Who should provide psychological care? (The NMHC Report: Part 2)

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Since the release of the review of all mental health services in Australia, I have been carefully going through the document to understand the implications for policy change in the Better Access to Mental Health Care program. Under this program people with a mental health condition are eligible to receive psychological care supported through the Medicare system. A few days ago we looked at the recommendations in the report about the number of appointments people can access. Today I am covering a rather more difficult question: which mental health professions should be eligible to provide psychological care?

Before I begin, I would like to remind everybody that the wording of the NMHC Report is confusing and in some parts contradictory. My sense is that sections of the report were cobbled together by different authors who perhaps did not fully understand what they were talking about. Parts of the report suggest that critical information was either lost or misunderstood from one section to another. In the summary below I will attempt to bring all of that information together from different sections of the report so that the central issues can be discussed and debated properly. As before, I will offer my own suggestions for change at the end.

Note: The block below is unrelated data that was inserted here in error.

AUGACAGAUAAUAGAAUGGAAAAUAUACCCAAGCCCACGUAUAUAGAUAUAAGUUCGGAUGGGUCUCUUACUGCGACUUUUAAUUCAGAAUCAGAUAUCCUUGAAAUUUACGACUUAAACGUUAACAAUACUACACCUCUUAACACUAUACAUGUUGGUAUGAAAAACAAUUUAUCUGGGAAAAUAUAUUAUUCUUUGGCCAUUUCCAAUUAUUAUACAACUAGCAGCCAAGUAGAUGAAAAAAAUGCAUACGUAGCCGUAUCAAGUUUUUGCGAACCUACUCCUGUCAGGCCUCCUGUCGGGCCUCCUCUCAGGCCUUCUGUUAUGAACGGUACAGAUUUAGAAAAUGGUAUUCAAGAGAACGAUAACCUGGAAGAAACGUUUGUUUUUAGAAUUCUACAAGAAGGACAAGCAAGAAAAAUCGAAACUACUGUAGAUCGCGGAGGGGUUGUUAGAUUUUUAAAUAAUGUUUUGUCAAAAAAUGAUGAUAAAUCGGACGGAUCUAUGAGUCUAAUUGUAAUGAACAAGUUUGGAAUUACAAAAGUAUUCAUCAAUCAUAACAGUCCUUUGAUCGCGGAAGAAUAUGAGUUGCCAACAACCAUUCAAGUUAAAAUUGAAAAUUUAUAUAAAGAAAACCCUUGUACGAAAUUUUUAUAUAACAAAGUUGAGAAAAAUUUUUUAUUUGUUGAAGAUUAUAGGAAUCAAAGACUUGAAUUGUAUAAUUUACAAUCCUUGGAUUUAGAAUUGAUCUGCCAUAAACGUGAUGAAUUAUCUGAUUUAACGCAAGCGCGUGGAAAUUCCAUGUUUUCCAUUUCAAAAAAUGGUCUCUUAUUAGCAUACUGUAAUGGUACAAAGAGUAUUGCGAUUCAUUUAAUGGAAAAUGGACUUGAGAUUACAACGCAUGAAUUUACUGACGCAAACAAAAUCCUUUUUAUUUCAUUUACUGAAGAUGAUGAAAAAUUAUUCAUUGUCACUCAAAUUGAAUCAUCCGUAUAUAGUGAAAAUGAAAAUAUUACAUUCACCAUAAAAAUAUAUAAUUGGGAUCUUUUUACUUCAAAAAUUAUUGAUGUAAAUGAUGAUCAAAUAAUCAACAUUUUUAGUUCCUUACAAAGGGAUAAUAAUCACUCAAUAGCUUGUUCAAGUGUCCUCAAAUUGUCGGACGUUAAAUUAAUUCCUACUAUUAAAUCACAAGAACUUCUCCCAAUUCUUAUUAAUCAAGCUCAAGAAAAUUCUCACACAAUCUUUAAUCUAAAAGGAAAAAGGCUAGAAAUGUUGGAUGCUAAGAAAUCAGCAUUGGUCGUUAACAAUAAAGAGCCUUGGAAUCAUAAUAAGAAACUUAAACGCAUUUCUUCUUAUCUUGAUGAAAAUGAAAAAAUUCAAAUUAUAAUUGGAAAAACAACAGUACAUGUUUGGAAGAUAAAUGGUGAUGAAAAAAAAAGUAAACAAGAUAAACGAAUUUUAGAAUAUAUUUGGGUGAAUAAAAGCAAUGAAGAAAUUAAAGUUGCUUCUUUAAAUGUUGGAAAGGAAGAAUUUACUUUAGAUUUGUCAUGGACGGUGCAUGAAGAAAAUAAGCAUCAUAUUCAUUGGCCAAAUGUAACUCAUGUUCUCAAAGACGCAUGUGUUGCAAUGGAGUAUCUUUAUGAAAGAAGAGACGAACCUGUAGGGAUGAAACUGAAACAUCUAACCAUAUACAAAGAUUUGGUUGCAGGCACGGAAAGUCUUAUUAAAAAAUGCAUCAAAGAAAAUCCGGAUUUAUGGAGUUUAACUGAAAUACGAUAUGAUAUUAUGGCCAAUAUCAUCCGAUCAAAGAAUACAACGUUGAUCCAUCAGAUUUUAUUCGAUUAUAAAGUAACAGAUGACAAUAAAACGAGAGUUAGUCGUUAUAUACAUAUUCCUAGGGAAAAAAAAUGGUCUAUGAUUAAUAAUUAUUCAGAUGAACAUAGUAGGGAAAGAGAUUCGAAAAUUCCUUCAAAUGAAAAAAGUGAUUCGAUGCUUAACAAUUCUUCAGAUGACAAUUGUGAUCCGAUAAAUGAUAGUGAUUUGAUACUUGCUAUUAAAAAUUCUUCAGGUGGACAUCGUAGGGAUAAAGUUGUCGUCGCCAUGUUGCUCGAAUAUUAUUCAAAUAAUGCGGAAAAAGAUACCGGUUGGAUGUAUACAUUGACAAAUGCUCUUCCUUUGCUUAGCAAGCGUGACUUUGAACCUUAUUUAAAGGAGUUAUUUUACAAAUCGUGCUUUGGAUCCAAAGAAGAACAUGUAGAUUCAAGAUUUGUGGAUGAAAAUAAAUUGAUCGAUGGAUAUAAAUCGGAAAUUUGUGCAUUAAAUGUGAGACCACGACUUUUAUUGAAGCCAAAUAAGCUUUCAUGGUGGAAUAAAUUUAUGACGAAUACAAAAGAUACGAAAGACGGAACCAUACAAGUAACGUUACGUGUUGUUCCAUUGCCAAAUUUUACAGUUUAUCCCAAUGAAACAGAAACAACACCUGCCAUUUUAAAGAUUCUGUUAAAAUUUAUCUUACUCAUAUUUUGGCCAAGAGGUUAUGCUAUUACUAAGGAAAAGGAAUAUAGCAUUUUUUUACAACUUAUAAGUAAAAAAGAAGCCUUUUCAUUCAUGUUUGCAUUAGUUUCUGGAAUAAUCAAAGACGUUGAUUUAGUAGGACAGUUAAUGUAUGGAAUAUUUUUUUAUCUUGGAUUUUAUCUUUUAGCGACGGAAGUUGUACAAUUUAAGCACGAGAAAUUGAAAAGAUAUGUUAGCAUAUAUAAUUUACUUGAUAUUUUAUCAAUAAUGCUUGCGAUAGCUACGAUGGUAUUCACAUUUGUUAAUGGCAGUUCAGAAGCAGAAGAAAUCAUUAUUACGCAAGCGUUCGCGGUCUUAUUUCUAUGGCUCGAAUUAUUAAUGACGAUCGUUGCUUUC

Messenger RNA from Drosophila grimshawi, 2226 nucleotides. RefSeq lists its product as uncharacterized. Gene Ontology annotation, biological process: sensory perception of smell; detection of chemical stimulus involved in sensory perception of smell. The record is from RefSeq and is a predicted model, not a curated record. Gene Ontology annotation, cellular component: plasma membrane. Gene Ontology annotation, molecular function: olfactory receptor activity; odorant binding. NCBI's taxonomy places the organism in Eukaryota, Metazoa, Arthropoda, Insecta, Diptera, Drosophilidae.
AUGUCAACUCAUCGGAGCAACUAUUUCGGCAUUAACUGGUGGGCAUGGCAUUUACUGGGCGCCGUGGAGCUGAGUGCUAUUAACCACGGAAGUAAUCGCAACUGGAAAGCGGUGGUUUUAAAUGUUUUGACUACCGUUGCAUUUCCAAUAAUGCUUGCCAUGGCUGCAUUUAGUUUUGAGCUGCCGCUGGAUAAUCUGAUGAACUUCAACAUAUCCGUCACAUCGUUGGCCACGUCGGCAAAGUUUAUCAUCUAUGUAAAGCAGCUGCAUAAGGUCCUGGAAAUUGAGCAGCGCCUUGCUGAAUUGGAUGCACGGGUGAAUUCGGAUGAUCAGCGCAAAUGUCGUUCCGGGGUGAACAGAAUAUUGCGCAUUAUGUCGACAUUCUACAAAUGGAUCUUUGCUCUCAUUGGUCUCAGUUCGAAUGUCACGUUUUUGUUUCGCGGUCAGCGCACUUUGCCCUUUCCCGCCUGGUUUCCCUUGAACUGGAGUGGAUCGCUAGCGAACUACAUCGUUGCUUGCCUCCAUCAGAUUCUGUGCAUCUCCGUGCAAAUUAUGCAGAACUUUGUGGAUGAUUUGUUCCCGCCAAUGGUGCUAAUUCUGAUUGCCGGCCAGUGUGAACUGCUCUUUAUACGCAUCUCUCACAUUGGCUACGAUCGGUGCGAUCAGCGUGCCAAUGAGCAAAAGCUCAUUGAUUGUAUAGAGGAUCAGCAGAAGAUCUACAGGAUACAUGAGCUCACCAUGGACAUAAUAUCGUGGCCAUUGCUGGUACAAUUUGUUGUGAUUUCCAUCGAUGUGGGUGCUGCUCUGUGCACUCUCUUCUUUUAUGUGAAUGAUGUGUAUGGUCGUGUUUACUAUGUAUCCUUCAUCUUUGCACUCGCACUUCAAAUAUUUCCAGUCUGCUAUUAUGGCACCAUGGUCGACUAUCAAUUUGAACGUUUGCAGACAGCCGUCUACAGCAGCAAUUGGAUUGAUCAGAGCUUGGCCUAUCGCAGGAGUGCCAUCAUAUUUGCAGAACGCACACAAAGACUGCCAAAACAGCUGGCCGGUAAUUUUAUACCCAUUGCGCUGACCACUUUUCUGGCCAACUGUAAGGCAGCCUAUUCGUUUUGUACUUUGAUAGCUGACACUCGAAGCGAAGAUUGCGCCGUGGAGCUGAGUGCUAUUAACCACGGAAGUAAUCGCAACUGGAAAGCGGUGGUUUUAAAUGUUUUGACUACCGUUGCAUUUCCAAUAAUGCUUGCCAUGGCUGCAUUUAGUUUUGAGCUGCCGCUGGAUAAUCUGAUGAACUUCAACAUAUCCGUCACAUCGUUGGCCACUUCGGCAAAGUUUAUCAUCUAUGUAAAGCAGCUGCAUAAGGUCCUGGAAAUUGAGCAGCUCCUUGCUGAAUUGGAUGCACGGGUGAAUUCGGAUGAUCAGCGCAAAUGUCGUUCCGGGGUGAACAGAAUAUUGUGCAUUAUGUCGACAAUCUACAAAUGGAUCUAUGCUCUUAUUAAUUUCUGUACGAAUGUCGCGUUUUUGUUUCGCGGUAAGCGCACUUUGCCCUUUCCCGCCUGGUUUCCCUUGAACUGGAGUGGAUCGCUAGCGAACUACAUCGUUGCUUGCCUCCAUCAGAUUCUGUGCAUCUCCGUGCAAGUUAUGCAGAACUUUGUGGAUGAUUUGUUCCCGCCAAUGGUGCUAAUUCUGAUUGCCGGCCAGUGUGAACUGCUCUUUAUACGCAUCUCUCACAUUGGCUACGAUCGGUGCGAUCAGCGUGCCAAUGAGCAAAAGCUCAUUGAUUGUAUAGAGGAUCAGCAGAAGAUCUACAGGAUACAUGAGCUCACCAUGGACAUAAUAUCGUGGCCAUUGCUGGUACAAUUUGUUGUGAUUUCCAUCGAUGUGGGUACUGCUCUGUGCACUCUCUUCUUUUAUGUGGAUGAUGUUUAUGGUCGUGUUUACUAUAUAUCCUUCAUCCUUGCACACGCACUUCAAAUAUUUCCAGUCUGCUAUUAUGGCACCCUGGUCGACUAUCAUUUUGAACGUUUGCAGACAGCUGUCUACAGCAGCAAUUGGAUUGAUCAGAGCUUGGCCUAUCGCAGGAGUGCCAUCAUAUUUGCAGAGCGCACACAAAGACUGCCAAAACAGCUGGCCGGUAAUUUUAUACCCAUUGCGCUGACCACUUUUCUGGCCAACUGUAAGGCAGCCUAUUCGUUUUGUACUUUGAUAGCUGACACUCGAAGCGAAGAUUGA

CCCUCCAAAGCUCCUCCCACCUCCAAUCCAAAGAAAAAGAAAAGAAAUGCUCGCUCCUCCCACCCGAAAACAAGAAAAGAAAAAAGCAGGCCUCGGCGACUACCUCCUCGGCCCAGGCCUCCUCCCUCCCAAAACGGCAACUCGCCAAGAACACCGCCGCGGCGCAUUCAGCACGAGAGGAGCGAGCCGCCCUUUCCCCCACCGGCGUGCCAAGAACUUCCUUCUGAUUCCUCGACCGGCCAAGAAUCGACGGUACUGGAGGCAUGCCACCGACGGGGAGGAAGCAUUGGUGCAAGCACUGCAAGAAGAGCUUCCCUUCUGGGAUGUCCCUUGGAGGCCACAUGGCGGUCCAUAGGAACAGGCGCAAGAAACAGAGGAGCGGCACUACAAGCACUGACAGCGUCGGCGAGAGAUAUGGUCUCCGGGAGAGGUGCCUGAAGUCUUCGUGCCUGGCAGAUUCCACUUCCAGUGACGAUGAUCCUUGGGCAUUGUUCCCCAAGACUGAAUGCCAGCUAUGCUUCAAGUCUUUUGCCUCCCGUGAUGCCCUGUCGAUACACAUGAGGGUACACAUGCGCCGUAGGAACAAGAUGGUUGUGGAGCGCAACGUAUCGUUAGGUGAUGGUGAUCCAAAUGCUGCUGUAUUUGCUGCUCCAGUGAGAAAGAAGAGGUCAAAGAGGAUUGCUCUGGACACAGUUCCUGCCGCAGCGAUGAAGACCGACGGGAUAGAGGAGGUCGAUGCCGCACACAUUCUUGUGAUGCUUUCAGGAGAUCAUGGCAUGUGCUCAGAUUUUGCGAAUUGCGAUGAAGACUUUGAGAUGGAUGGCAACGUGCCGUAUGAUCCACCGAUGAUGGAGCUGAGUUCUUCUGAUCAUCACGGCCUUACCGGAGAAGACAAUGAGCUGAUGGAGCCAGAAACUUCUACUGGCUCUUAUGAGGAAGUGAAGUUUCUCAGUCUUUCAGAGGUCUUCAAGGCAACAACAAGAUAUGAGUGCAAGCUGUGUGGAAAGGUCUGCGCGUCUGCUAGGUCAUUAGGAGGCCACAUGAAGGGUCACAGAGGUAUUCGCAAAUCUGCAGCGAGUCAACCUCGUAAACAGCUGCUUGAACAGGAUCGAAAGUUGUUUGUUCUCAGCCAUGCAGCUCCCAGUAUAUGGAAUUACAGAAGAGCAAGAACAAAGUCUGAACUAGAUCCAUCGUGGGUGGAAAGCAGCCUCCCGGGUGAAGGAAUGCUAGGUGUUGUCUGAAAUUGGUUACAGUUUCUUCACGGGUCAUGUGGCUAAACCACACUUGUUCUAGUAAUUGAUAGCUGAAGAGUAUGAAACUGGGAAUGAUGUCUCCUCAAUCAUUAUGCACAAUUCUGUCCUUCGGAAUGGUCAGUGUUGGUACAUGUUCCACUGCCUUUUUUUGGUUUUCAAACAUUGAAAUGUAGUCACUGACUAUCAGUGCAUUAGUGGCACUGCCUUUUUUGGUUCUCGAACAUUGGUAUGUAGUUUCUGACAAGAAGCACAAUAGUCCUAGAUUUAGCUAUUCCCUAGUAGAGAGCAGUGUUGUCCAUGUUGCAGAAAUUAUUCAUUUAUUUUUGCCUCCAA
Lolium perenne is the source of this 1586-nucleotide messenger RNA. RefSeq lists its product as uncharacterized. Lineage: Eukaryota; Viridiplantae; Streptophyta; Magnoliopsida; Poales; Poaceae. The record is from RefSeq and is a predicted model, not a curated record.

But first a little background…

Provider eligibility has always been a contentious issue in the mental health field since Medicare began providing support for psychological care. These issues originated a few years earlier under a predecessor scheme called ‘Better Outcomes’ (not ‘Better Access’) which saw GPs accessing Medicare Benefits Schedule (MBS) items for what were called ‘focused psychological strategies’ (FPS). At the time psychologists raised concerns about the limited training of medical practitioners in psychological therapies. The Department of Health responded to the psychology profession that ‘focused psychological strategies’ were not intended as ‘psychological therapy’ and that GP’s would refer the more complex and severe cases on for proper psychological therapy if needed. Their response wasn’t particularly reassuring. It raised serious questions about the level of care people deserve when a mental health condition is recognised. At the same time though, it did send a message that psychologists were valued by the medical profession for their role in providing bona fide psychological therapy.

A few short years later in 2006 the Better Access to Mental Health Care program launched. For the first time a patient could see their GP and get a referral to a psychologist, social worker, or an occupational therapist so they could receive psychological care with support from Medicare. All of a sudden the term ‘focused psychological strategies’ was switched around and applied to the work of psychologists and other dedicated mental health professionals. A separate MBS item was added using the term ‘psychological therapy’ to exclusively refer to the work of clinical psychologists.  That move resulted in the formation of a two-tiered mental health care system which has caused a lot of heartache ever since.